The New Regular: The Power of Post-Pandemic Brainstorming

Jim Blasingame

This is the 10th edition of my New Regular series, which is committed to helping Main Street businesses make the tenuous transition to a post-pandemic economy. You can catch normal in a bit-part on the revival of PBS’s “Downton Abbey.”

Whatever your business looks like going forward, it won’t be what you used to call normal. The easy part is that, as the recovery plays out over the next year, what you’re supposed to be doing will be revealed to you by customers. The hard part will be making that transition personally and organizationally. In other words, getting out of your own way.

Since it’s likely that how you serve customers this December will be drastically different from how you did it last December, there’s no better way to “get out of your own way” than through brainstorming.  This is a leadership practice that helps shed hidebound baggage – “Well, that’s how we’ve always done it” – your business can no longer afford in the New Regular.

Brainstorming has always been powerful. But now that we’ve been keelhauled by the coronavirus shutdown, it’s essential. Plus, it’s the best way to get organizational creative juices flowing. And creativity is the mother's milk of a powerful tool without which you cannot brainstorm: adjectives.

How dull would our world be without adjectives? You know, those handy words we use, as Webster says, to modify a noun. Without the descriptive power of an adjective, a noun is broccoli without hollandaise, a sandwich without mustard, or an idea without energy.

If someone offered you a soybean, you’d probably turn away to check your Twitter feed. But if they said, “Would ya look at that beautiful thing?” you’d want to see such a bean. A change of attitude powered by an adjective.

As you relaunch your business post-pandemic, brainstorming could be the essential difference between surviving and, well … you know. And since adjectives are essential to your brainstorming sessions, let them fly.

As with anything that’s powerful, brainstorming is a process with parameters. Use these guidelines to start your team’s brainstorming.

Restrict the restrictions. If you're discussing changes to the showroom and someone asks "What if we stick an elephant in the middle?" give that person a raise. As you’ll see in a minute, often partial ideas – even crazy ones – can become golden later on.

Adjective alert: "Are we talking African or Indian elephant?"

No criticism
Sometimes the rude truth is delivered by an adjective. When working under duress and urgency as we are now, if the Emperor is naked, it must be said. That means everyone must feel the environment is intellectually safe, and all constructive brainstorming contributions will be taken as such.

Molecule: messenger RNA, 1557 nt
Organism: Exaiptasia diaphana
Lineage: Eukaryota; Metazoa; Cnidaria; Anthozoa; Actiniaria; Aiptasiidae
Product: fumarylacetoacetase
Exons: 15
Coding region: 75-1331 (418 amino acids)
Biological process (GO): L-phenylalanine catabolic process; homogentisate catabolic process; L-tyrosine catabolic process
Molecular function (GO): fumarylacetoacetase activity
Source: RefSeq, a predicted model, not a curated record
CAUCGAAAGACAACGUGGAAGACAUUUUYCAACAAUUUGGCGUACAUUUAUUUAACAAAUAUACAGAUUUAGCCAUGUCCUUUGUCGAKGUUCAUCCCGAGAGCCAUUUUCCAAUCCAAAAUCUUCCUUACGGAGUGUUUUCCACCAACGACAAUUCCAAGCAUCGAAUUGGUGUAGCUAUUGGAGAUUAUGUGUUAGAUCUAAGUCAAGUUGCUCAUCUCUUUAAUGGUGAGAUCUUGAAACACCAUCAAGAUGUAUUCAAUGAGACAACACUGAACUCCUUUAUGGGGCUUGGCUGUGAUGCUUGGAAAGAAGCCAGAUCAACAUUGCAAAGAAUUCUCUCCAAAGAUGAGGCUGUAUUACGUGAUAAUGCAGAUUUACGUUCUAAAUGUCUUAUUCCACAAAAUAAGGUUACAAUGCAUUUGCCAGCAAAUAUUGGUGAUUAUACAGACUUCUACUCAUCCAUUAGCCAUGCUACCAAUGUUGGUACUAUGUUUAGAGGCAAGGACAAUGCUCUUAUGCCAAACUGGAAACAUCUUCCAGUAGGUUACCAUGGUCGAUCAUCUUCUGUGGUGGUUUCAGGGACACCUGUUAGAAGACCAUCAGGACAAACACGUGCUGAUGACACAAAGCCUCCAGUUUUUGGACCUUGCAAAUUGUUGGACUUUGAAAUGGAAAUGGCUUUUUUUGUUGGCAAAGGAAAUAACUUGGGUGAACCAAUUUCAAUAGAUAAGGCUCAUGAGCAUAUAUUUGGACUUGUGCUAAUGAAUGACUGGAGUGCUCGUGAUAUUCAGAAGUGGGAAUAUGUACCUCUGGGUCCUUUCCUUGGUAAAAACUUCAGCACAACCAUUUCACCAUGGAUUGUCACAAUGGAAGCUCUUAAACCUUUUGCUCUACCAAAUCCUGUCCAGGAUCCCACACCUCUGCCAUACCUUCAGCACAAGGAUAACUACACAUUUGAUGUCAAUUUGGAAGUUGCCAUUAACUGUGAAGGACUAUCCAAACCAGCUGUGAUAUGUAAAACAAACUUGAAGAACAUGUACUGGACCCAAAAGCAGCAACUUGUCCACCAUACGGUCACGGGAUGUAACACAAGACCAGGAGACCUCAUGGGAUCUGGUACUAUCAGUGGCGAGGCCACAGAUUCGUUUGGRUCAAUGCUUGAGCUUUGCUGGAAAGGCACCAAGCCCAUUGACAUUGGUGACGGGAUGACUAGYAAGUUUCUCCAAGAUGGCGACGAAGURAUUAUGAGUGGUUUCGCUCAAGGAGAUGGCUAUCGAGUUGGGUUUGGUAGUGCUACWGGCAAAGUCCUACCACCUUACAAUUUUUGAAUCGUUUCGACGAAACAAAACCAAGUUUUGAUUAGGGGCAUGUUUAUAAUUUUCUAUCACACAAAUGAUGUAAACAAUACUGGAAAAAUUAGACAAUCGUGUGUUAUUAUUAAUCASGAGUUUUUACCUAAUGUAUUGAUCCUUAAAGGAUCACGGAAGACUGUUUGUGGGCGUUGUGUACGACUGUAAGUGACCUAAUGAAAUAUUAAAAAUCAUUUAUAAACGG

Adjective alert: “What if that part of our 2019 business model won’t be viable in 2021?”

Combine and improve
This is where your brainstorming foundry creates alloyed ideas forged from those that previously seemed incomplete. After this kind of synergy clicks the first time with your group, buckle up. Your brainstorming will blast off with new energy.

Adjective alert: “Sue’s idea about cutting costs made me think: What if we did that, but in reverse?”

Prioritizing ideas
Which new ideas will you work on first? It’s more triage than culling because, again, the unused ones from today may be for ready for primetime next week. Like seeds, every idea germinates differently.

Adjective alert: “Let’s start with John’s approach – it delivers better bang for the buck.”

This is where the power of adjectives really comes into play. A brainstorming session must have lots of ideas complete with even more powerful, clarifying adjectives. Write them all down – every one. Because, as we’ve learned, ho-hum today becomes essential tomorrow.

Adjective alert: “Huh! Never thought of blue. Is that reflex, slate, royal, baby, periwinkle?”

Don’t forget the customers
Remember that easy part about post-pandemic customer expectations? This only works if you apply three non-negotiables: You have to ask them, then listen to them, and then believe them. Even when – especially when – it hurts. If you have the guts, ask your most loyal customers to contribute to a brainstorming session. And help them get granular with the adjectives.

Adjective alert: “Mr. Johnson, we’ve been working on delivery improvements. Looking ahead, would you prefer ‘hot-shot’ delivery when you need it – for a fee?  Or scheduled deliveries that we help you plan for?”

In his book The Wisdom of Crowds, James Surowiecki reports better brainstorming results when PhDs and high school graduates are put together. Cast an organizational cross-section – top to bottom – in each brainstorming session. Do you know how we got the awesome McFlurry? My money’s on the Nabisco janitor.

Adjective alert: “Hey, boss, can’t we do something with all these broken Oreos? We sweep up tons of cookie pieces every night.”

The written word
The immortal Adam Smith (Wealth of Nations, 1776) identified the written word as one of the three greatest human inventions. Besides the brainstorming power you’ll generate, never underestimate the power of having your inspired, adjective-energized ideas looking back at you from paper, whiteboard, or screen.

If you say it, write it.

Write this on a rock ... Use brainstorming to unleash the power of adjectives and reinvent your business for the post-pandemic New Regular. And let customers – and the janitor – help you get out of your own way.

Jim Blasingame is the author of The 3rd Ingredient, the Journey of Analog Ethics into the World of Digital Fear and Greed.

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